We probably would do well to consider whether the fictional Rubashov is right about how long it takes people to understand the true impact of any new technology.

If he’s right, we’re in deep trouble.

© 2017 Linda G. Aragoni

Are you a technologically literate teacher?

blog post title against collage of technology graphics

Could you, for example, walk into the office of a typical small business somewhere in America — a construction company, for example, or an independently-owned convenience store with fewer than 10 workers — and begin work immediately doing routine work, such as answering the phone and taking messages, using the office computer for recording receipts and disbursements, and faxing documents to state agencies?

Naturally, you’ll say you’d need some training. That’s undoubtedly true.

What’s also true, however, is that small business people expect college-educated people to know or be able to pick up very quickly skills that people with a high school education do every day.

I believe that being able to pick up new skills quickly is going to be the most sought-after attribute of 21st century workers.

The last time I tried to hire an editorial assistant for my publishing business, I asked people who’d lived in this community all their lives for suggestions. An ex-teacher was highly recommended.

She was interested in the work and the pay until I told her we use Open Office rather than Microsoft products because that’s what my customers use.

That was a deal breaker.

“I’d have to go take a course to learn how to use it,” she said.

The woman might have been a wonderful teacher, but she didn’t have the technology skills for an entry-level job in a small business.

If you have to go take a training course in a software program before you can use it, you can’t handle an entry-level job in a small business.

Folks, one word processing program is pretty much like another.

And if your skills are up to the challenge of the entry-level work in 2017, can you honestly say you’re able to prepare your students for today’s workplace, let alone tomorrow’s?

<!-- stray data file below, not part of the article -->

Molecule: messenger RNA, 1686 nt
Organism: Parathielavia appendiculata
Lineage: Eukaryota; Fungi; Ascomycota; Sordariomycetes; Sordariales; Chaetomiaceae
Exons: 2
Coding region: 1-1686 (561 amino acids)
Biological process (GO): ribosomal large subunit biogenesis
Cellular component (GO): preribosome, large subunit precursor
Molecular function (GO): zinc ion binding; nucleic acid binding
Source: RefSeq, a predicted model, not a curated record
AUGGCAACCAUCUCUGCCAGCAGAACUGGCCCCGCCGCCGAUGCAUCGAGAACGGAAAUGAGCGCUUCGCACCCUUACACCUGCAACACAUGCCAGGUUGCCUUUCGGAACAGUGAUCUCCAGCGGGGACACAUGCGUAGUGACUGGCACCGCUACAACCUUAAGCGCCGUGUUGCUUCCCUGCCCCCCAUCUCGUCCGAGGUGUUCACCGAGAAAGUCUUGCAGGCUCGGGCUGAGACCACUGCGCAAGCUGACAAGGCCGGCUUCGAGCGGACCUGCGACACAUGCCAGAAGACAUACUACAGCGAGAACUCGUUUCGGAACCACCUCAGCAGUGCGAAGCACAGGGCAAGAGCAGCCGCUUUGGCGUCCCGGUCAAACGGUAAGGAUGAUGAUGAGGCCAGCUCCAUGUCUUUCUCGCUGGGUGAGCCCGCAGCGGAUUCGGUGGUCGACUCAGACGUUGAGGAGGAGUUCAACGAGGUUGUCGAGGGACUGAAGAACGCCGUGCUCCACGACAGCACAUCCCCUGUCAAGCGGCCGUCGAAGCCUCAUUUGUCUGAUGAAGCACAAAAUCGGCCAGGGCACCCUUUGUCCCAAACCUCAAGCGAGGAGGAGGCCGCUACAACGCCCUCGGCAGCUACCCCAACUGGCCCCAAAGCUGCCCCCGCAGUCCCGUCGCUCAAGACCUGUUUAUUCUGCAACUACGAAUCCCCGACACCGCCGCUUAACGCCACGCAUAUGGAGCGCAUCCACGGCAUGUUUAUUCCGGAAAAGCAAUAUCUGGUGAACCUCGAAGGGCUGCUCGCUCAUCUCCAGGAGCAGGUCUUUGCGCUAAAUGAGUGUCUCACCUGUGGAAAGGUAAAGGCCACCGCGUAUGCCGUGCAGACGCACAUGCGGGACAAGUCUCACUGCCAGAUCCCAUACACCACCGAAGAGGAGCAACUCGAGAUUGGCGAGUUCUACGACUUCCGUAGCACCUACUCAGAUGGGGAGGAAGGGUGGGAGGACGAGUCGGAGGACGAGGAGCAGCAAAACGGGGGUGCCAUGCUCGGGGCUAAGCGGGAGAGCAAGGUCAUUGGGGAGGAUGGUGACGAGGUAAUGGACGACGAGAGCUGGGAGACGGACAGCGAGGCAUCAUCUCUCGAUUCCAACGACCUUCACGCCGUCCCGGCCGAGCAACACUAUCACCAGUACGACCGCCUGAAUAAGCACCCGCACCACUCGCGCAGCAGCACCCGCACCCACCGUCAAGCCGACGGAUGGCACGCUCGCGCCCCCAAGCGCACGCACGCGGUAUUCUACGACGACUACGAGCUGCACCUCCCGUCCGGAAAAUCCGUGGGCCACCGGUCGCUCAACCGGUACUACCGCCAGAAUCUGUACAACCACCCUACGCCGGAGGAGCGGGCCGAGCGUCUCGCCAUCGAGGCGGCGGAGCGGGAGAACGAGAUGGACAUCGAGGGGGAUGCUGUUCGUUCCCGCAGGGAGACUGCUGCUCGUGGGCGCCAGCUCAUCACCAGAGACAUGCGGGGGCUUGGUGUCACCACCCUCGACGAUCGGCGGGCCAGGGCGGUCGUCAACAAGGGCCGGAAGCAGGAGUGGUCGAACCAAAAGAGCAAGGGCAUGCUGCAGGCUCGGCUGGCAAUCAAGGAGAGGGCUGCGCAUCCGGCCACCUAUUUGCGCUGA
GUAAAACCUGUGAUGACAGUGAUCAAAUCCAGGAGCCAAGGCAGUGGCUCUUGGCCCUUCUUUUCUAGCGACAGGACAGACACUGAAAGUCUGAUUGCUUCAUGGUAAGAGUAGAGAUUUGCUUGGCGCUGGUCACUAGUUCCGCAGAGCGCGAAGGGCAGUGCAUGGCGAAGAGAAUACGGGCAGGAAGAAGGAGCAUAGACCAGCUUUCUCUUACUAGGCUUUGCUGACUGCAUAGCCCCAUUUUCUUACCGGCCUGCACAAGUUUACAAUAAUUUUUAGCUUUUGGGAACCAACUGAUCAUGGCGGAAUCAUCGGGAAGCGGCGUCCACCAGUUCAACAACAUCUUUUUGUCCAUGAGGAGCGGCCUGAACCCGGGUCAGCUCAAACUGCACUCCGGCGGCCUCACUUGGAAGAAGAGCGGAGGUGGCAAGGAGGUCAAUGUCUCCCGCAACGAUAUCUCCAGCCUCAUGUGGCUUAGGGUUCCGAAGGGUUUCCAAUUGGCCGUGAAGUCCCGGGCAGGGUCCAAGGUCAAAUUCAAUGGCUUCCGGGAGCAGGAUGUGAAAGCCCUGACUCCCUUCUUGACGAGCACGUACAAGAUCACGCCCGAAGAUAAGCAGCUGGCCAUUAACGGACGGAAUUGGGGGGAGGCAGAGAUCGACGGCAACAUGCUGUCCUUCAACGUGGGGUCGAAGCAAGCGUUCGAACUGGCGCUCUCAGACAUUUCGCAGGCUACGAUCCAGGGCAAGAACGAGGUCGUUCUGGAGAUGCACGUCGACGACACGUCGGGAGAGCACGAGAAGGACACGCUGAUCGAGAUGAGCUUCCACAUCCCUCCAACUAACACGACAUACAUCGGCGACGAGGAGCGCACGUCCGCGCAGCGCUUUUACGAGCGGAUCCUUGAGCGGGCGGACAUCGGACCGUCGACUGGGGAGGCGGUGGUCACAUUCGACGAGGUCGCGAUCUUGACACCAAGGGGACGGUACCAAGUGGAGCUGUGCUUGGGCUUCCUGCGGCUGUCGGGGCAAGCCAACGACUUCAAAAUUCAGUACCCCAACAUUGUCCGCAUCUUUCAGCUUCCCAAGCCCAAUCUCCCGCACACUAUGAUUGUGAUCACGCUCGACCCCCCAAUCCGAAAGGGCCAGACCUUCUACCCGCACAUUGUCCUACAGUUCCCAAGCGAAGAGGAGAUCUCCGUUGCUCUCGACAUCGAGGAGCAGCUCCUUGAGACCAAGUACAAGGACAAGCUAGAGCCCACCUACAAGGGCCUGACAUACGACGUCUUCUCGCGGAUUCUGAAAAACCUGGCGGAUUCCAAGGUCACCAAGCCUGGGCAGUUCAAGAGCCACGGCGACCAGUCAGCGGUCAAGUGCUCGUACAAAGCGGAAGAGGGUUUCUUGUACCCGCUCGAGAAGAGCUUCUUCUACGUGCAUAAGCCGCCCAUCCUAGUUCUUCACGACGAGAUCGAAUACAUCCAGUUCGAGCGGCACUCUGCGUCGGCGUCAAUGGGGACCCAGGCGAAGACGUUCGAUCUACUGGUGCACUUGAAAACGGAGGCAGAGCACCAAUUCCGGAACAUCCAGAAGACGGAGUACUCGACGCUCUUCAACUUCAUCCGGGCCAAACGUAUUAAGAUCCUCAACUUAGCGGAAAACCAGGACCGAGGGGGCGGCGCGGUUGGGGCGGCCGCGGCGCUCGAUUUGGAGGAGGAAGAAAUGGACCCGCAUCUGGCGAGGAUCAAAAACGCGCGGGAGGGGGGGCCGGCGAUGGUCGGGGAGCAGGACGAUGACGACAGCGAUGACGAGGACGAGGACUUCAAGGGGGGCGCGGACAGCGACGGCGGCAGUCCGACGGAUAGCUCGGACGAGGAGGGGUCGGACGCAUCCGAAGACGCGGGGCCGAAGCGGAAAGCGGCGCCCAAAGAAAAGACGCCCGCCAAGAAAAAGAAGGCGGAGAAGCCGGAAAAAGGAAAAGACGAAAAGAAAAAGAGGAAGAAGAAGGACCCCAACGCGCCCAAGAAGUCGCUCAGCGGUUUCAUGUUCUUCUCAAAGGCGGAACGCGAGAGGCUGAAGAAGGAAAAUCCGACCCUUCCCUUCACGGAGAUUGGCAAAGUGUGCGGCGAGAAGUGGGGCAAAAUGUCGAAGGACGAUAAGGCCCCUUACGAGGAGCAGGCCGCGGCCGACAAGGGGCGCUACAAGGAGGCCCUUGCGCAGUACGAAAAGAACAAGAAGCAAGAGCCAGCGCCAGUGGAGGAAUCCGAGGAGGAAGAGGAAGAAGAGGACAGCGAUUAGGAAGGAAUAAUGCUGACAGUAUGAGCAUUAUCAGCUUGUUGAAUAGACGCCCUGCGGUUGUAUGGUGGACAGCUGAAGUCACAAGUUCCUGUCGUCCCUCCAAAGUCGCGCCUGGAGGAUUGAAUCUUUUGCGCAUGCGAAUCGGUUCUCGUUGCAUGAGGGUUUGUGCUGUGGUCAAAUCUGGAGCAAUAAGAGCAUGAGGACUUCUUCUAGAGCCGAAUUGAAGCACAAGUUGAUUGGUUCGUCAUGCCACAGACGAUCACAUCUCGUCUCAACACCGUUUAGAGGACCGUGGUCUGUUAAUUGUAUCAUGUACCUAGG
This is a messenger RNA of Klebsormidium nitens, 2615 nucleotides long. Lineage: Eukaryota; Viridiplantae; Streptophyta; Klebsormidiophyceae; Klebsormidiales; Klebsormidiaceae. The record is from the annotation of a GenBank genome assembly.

Related reading:

Work Experience as Education

The Collaboration Model for Entry Level Jobs

Dear Applicant: The reason you weren’t hired.


Why testing methods should matter to teachers

laptop computer with keys spelling COMPOSE highlighted. Banner says "Compose here."
Ignore for a moment the issue of whether standardized tests carry too much weight in education.

Do you want to handicap your students unnecessarily on standardized tests?

Probably not.

Steve Graham, who has researched and written extensively on writing in schools, says his research shows that students who take writing tests on a computer do better than those who answered in handwriting, but that is true only if the students were experienced in writing at the computer.

He writes:

A student’s mastery of the method of testing matters. For students with little experience, computer assessments underestimate their writing achievement.

(Handwriting that’s not legible produces a similar underestimation of writing skill.)

It’s 25 years since the first website went online: It’s time every student is fluent at composing at the keyboard.

It’s perfectly OK to have students use pen and paper to doodle their way to a plan for writing if that’s how they’re comfortable, but you need to have students practice composing at the keyboard regularly. I recommend practice at least once a week.

And, yes, you need to require keyboard composition even if you teach art or agriculture: This isn’t just an English teacher thing.


When I looked him up online

A recent post by Eric Stoller about why “getting Twitter matters” to higher education’s student affairs folks was being shunted around Twitter yesterday morning.

The nub of Stoller’s argument is this:

Laptop computer screen bearing quote "Digital capabilities / literacies are important. They are connected to employability, revolution, activism, teaching, learning, communication, engagement, etc."

As it happens, I’ve been thinking about the importance of digital capabilities/literacies a bit lately.

My local school district recently hired a new superintendent, Timothy R. Ryan,  who got exactly two sentences on page three of the school district’s June newsletter.

When I read the news, I did what I always do when “introduced” to people I’m likely to meet in person: I looked Ryan up online.